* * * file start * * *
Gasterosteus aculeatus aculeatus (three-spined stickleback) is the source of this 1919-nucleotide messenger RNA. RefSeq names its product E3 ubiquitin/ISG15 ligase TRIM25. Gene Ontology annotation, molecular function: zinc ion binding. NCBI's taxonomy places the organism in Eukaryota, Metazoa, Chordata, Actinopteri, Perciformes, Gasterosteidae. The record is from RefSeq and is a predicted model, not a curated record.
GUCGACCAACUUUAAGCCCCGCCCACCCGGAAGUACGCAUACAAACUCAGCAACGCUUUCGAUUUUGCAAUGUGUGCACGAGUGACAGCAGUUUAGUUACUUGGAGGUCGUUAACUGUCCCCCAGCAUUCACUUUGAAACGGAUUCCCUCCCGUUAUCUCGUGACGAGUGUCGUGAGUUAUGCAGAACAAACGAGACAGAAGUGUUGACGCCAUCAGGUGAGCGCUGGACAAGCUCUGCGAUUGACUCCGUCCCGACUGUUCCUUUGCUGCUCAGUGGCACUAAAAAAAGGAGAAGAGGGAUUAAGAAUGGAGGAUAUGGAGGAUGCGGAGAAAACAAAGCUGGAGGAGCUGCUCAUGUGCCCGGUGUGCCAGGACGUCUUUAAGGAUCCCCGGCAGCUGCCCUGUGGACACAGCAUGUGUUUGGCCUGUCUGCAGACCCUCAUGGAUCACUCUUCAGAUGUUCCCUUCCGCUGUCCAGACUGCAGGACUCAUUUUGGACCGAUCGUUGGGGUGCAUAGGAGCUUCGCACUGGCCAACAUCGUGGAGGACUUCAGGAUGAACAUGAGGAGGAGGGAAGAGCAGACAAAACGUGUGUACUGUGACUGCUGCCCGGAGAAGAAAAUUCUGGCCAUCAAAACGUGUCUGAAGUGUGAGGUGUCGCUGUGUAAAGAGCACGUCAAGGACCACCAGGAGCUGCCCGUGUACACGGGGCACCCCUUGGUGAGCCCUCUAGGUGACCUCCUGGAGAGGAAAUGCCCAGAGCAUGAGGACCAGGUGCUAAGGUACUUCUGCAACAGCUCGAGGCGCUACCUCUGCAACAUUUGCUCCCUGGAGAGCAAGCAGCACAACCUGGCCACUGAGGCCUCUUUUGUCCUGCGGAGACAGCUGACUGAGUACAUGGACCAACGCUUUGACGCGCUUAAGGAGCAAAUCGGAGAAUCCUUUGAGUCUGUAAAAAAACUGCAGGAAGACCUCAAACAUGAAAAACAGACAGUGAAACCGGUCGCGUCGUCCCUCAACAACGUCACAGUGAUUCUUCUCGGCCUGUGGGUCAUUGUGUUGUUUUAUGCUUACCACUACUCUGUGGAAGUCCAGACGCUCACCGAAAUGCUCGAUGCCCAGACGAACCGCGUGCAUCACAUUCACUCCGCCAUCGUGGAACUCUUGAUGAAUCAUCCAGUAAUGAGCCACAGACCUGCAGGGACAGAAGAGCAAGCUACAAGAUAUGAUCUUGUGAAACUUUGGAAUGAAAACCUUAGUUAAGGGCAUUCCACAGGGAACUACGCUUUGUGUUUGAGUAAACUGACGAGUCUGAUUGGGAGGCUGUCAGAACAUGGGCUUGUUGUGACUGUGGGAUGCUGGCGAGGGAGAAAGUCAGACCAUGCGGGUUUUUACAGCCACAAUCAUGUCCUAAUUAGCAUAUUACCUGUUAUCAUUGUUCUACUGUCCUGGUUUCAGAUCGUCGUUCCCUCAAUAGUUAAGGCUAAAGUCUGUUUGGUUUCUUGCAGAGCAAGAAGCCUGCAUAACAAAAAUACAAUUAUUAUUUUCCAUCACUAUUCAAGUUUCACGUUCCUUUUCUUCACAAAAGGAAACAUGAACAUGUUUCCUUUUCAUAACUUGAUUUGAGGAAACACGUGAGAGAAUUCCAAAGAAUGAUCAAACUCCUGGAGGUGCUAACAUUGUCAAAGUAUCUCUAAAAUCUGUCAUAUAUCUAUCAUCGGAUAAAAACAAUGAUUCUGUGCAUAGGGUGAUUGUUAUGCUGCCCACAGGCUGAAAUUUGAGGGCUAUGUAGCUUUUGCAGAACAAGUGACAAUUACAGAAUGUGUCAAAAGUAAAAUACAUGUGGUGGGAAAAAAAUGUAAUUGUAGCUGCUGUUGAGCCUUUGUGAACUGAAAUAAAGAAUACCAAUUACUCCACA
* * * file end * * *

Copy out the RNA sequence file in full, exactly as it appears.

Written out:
Gasterosteus aculeatus aculeatus (three-spined stickleback) is the source of this 1919-nucleotide messenger RNA. RefSeq names its product E3 ubiquitin/ISG15 ligase TRIM25. Gene Ontology annotation, molecular function: zinc ion binding. NCBI's taxonomy places the organism in Eukaryota, Metazoa, Chordata, Actinopteri, Perciformes, Gasterosteidae. The record is from RefSeq and is a predicted model, not a curated record.
GUCGACCAACUUUAAGCCCCGCCCACCCGGAAGUACGCAUACAAACUCAGCAACGCUUUCGAUUUUGCAAUGUGUGCACGAGUGACAGCAGUUUAGUUACUUGGAGGUCGUUAACUGUCCCCCAGCAUUCACUUUGAAACGGAUUCCCUCCCGUUAUCUCGUGACGAGUGUCGUGAGUUAUGCAGAACAAACGAGACAGAAGUGUUGACGCCAUCAGGUGAGCGCUGGACAAGCUCUGCGAUUGACUCCGUCCCGACUGUUCCUUUGCUGCUCAGUGGCACUAAAAAAAGGAGAAGAGGGAUUAAGAAUGGAGGAUAUGGAGGAUGCGGAGAAAACAAAGCUGGAGGAGCUGCUCAUGUGCCCGGUGUGCCAGGACGUCUUUAAGGAUCCCCGGCAGCUGCCCUGUGGACACAGCAUGUGUUUGGCCUGUCUGCAGACCCUCAUGGAUCACUCUUCAGAUGUUCCCUUCCGCUGUCCAGACUGCAGGACUCAUUUUGGACCGAUCGUUGGGGUGCAUAGGAGCUUCGCACUGGCCAACAUCGUGGAGGACUUCAGGAUGAACAUGAGGAGGAGGGAAGAGCAGACAAAACGUGUGUACUGUGACUGCUGCCCGGAGAAGAAAAUUCUGGCCAUCAAAACGUGUCUGAAGUGUGAGGUGUCGCUGUGUAAAGAGCACGUCAAGGACCACCAGGAGCUGCCCGUGUACACGGGGCACCCCUUGGUGAGCCCUCUAGGUGACCUCCUGGAGAGGAAAUGCCCAGAGCAUGAGGACCAGGUGCUAAGGUACUUCUGCAACAGCUCGAGGCGCUACCUCUGCAACAUUUGCUCCCUGGAGAGCAAGCAGCACAACCUGGCCACUGAGGCCUCUUUUGUCCUGCGGAGACAGCUGACUGAGUACAUGGACCAACGCUUUGACGCGCUUAAGGAGCAAAUCGGAGAAUCCUUUGAGUCUGUAAAAAAACUGCAGGAAGACCUCAAACAUGAAAAACAGACAGUGAAACCGGUCGCGUCGUCCCUCAACAACGUCACAGUGAUUCUUCUCGGCCUGUGGGUCAUUGUGUUGUUUUAUGCUUACCACUACUCUGUGGAAGUCCAGACGCUCACCGAAAUGCUCGAUGCCCAGACGAACCGCGUGCAUCACAUUCACUCCGCCAUCGUGGAACUCUUGAUGAAUCAUCCAGUAAUGAGCCACAGACCUGCAGGGACAGAAGAGCAAGCUACAAGAUAUGAUCUUGUGAAACUUUGGAAUGAAAACCUUAGUUAAGGGCAUUCCACAGGGAACUACGCUUUGUGUUUGAGUAAACUGACGAGUCUGAUUGGGAGGCUGUCAGAACAUGGGCUUGUUGUGACUGUGGGAUGCUGGCGAGGGAGAAAGUCAGACCAUGCGGGUUUUUACAGCCACAAUCAUGUCCUAAUUAGCAUAUUACCUGUUAUCAUUGUUCUACUGUCCUGGUUUCAGAUCGUCGUUCCCUCAAUAGUUAAGGCUAAAGUCUGUUUGGUUUCUUGCAGAGCAAGAAGCCUGCAUAACAAAAAUACAAUUAUUAUUUUCCAUCACUAUUCAAGUUUCACGUUCCUUUUCUUCACAAAAGGAAACAUGAACAUGUUUCCUUUUCAUAACUUGAUUUGAGGAAACACGUGAGAGAAUUCCAAAGAAUGAUCAAACUCCUGGAGGUGCUAACAUUGUCAAAGUAUCUCUAAAAUCUGUCAUAUAUCUAUCAUCGGAUAAAAACAAUGAUUCUGUGCAUAGGGUGAUUGUUAUGCUGCCCACAGGCUGAAAUUUGAGGGCUAUGUAGCUUUUGCAGAACAAGUGACAAUUACAGAAUGUGUCAAAAGUAAAAUACAUGUGGUGGGAAAAAAAUGUAAUUGUAGCUGCUGUUGAGCCUUUGUGAACUGAAAUAAAGAAUACCAAUUACUCCACA